Winston Churchill: "If you will not fight for the right when you can easily win without bloodshed; if you will not fight when your victory will be sure and not too costly; you may come to the moment when you will have to fight with all the odds against you and only a small chance of survival. There may even be a worse case: you may have to fight when there is no hope of victory, because it is better to perish than to live as slaves."

"We can't be so fixated on our desire to preserve the rights of ordinary Americans..." - President Clinton (USA TODAY, 11 March 1993, page 2A)

Don't think of it as `gun control', think of it as `victim disarmament'. If we make enough laws, we can all be criminals.

"It appears that the murder rate inside prisons is ten times higher than that outside prisons. It must be due to all those Kalashnikov rifles that are issued to prisoners upon their incarceration." --Jeff Cooper in Guns & Ammo magazine, August, 1989.

"...and he that hath no sword, let him sell his garment, and buy one." --Luke 22:36

44 posted on 06/20/2003 10:35:08 AM PDT by Doomonyou
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To: ExSoldier
1. The Amendment was crafted during a time of war. The verbiage "well regulated" is not a legal term of art as most would place it today. It is in reality a term of military logistics: "well regulated" really means "of like type and caliber" for logistical and reasons of military discipline. 2. The Amendment was crafted at a time when the legal government was still King George of Britain. Therefore to affix the national guard theory AT THAT TIME IN HISTORY, you would in reality have been referring to the Tories loyal to the KING! Do you really think this is what the Founding fathers meant?

The second amendent was crafted by the first Congress, although similar provisions existed in the Constitutions of some states, and also showed up in the state conventions which ratified the main body of the Constitution. Some states refused to ratify absent a bill of rights, others only ratified because they were promised that the first Congress would pass one and send it to the state legislatures for ratification. The BOR was passed in 1791, the peace treaty ending the revolutionary war was signed at Paris in 1783, even though the war itself ended a couple of years earlier, so we were not at war with England at the time, nor was the King George the lawful ruler, and had not been for over a decade. The memory was fresh however. The militia was not then defined in federal law, that came the following year.

Bottom line, you need to revise your arguements a bit. I find Hardy's "The Second Amendment and the Historiography of the Bill of Rights" to be very good. Also see To Keep and Bear Arms: The Origins of an Anglo-American Right, Joyce Lee Malcom, Harvard University Press, 1994. Another good source of material is GunCite which contains a very meaty excerpt from Malcom's book.

45 posted on 06/20/2003 10:40:02 AM PDT by El Gato
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To: Mr. Mojo
This is silly. The right to bear arms is a collective right, just like the right to free speech.
46 posted on 06/20/2003 10:52:10 AM PDT by NonZeroSum
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To: opus86
They think if there are no guns there will be no killing, ignoring the fact that evil people will always find a way to commit evil acts.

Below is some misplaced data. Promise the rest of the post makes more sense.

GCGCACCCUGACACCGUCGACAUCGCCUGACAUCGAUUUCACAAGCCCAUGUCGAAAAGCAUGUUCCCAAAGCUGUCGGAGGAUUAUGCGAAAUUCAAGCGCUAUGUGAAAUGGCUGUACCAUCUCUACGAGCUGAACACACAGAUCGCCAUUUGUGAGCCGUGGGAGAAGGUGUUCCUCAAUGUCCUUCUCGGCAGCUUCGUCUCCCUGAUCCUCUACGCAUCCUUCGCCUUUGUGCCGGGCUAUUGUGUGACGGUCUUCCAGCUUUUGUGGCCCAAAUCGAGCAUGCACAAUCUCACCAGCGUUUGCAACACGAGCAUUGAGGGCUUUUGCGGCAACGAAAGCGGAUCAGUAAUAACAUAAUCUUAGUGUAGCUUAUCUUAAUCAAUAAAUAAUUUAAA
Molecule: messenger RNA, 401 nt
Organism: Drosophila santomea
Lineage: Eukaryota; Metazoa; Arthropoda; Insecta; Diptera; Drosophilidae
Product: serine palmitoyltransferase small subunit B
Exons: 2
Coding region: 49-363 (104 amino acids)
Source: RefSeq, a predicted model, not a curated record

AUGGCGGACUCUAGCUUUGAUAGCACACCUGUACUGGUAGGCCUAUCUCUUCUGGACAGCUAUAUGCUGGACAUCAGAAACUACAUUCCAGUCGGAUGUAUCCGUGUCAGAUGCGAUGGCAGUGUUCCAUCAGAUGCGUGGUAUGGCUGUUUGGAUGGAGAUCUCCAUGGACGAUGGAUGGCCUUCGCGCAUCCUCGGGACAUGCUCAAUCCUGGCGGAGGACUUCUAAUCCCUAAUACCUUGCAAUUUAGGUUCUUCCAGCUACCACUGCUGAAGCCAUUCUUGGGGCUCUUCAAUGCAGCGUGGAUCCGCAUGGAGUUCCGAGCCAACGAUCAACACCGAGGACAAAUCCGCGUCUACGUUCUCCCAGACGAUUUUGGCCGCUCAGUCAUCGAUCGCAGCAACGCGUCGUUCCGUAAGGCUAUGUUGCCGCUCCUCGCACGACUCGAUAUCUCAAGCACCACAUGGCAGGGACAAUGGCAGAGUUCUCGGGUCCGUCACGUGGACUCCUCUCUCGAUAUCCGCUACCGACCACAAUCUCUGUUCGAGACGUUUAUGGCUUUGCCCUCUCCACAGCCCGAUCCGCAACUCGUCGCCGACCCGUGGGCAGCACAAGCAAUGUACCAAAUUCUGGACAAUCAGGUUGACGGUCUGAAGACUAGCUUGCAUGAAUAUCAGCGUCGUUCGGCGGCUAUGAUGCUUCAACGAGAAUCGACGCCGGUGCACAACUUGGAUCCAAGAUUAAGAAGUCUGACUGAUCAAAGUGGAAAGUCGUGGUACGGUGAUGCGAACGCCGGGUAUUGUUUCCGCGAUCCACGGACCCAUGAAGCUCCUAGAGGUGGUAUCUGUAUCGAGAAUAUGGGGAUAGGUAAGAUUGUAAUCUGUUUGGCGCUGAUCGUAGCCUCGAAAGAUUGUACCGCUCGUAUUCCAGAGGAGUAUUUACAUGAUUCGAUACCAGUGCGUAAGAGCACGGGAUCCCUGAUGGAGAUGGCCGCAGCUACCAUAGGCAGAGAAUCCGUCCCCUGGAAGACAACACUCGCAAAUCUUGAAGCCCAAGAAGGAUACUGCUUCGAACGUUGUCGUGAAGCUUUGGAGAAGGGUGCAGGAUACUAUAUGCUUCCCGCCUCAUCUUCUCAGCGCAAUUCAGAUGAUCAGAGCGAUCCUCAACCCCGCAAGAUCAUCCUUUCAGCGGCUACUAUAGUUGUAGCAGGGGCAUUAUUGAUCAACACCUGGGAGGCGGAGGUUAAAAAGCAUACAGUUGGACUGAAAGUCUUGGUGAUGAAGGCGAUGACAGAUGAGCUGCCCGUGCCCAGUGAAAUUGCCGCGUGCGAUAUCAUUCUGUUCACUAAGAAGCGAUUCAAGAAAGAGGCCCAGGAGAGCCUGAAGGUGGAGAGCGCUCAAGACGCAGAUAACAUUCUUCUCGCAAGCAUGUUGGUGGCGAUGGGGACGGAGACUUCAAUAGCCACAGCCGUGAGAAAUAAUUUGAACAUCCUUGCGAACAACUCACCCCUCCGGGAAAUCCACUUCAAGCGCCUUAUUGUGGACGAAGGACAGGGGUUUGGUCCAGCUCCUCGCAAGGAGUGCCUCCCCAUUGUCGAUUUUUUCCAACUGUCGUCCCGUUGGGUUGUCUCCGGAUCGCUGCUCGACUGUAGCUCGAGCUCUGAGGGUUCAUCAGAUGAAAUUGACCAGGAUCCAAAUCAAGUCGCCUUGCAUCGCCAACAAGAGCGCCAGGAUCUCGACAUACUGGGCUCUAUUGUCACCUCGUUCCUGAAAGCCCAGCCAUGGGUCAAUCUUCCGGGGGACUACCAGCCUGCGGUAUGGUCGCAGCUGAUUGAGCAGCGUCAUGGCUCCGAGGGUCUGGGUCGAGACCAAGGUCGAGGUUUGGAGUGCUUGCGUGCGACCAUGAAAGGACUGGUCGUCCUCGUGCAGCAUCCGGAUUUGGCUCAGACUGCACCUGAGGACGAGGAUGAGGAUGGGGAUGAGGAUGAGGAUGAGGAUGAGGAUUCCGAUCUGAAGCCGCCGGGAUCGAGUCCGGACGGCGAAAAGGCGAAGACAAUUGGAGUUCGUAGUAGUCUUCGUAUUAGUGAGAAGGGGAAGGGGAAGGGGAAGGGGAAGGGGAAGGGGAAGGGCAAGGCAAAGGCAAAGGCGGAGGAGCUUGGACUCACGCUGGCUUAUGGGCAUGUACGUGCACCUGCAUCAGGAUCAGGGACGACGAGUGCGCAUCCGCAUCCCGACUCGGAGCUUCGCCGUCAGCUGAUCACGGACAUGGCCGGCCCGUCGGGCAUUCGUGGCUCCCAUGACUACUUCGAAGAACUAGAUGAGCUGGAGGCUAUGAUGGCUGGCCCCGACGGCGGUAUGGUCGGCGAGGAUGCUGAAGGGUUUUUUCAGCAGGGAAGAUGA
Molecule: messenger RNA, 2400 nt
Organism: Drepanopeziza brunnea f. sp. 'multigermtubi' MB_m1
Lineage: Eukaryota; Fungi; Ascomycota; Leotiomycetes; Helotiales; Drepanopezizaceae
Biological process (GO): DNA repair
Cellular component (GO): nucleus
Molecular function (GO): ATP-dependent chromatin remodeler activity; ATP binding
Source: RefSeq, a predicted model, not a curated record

They need to recall that no guns, nor even swords or knives, (unless you consider a boxcutter a knife, which it may technically be) were used on 9-11-2001, yet around 3000 people died.

Four guns in the right hands could have prevented those deaths, but the federal government in it's infinite (lack of) wisdom, forbade those "right hands" from having guns. Even now they continue to forbid it, unless those "hands" are those of volunteer Federal law enforcement officers (known as Federal Flight Deck Officers. (Wouldn't want to legitimize the notion that mere citizens could be armed in order to defend themselves and others, now would they?) See also ALPA who are not happy about many aspects of the FFDO program.

47 posted on 06/20/2003 10:55:58 AM PDT by El Gato
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To: Doomonyou
I just thought I'd point out that you have a quote from George Bush - "I don't know that atheists should be considered citizens, nor should they be considered patriots." - and above it, a quote from avowed atheist Edward Abbey.

Still a very nice list, regardless.

48 posted on 06/20/2003 11:14:32 AM PDT by inquest
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To: El Gato
Thanks...I stand corrected. I'll try and fine tune this to accomodate the new facts but I find the arguments to be cogent and persuasive as they stand. There is a danger to being too picky while debating, as long as your arguments do not turn on outright fallacy...I'd hate to substantively change a winning combo. I've never been challenged on this set of arguments, even by other history teachers. Only freepers! LOL Thanks for keeping me on my toes. Any ideas on how to SIMPLY do this, so that it remains simple and easy to remember?
49 posted on 06/20/2003 11:43:04 AM PDT by ExSoldier (M1911A1: The ORIGINAL "Point and Click" interface!)
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To: Mr. Mojo
I think that the interpretation of words like militia, citizen levies, well-regulated, etc are whatever at least five members of the Supreme Court determine them to mean, regardless of what the founders meant, unfortunately.
50 posted on 06/20/2003 11:46:53 AM PDT by Consort